Two popular synthetic drugs, K2 and bath salts, have been outlawed in North Carolina. The new law states that bath salts, which mimic the effects of cocaine, have a high risk of being abused, and have no currently accepted medical use in the U.S.
The law also states that K2, or ‘Spice,’ mimics the effect of marijuana when smoked, the Winston-Salem Journal reports.
Barbara Correno, a spokeswoman for the Drug Enforcement Administration (DEA), told the newspaper that North Carolina has joined 17 other states that ban the sale and use of synthetic marijuana. She said that bath salts are more challenging, and added that the DEA is weighing whether to regulate bath salts on a federal level.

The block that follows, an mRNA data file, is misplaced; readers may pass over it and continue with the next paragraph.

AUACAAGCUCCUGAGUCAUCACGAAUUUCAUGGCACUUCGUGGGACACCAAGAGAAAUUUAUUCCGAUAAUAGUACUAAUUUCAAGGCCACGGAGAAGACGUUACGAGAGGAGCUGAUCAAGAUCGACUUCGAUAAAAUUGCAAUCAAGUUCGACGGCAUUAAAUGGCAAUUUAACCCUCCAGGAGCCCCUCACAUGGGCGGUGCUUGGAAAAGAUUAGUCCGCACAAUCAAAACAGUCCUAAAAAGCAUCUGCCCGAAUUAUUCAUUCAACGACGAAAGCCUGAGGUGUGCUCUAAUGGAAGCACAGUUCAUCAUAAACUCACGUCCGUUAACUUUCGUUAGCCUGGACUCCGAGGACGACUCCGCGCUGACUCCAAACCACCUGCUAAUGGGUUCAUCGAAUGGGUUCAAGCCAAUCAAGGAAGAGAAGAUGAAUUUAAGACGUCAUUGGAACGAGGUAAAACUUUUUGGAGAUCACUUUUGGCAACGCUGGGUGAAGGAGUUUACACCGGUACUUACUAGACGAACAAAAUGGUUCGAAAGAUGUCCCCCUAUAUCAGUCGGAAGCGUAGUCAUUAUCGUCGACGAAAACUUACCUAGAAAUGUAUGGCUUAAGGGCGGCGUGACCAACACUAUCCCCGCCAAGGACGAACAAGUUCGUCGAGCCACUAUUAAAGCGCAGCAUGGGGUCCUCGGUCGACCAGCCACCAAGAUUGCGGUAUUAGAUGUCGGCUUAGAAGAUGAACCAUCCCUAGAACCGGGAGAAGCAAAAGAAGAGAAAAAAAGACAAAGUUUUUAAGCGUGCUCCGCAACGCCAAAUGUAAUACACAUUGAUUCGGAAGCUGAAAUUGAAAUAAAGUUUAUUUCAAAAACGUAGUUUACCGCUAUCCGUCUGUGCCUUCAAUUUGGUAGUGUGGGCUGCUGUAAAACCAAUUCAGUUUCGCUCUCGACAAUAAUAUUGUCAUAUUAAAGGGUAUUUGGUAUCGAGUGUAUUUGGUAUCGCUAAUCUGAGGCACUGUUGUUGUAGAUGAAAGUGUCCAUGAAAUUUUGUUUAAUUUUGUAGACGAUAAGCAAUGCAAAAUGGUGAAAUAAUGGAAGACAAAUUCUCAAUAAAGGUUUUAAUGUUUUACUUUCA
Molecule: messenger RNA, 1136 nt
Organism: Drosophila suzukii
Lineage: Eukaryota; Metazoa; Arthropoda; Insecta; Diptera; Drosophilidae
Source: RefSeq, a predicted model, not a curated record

Figures from the American Association of Poison Control Centers show at least 2,700 people have gotten sick from synthetic drugs since January, compared with fewer than 3,200 in all of 2010. At that rate, medical emergencies stemming from synthetic drugs could rise nearly fivefold by the end of 2011. The drugs are suspected in at least nine deaths in the U.S. since last year.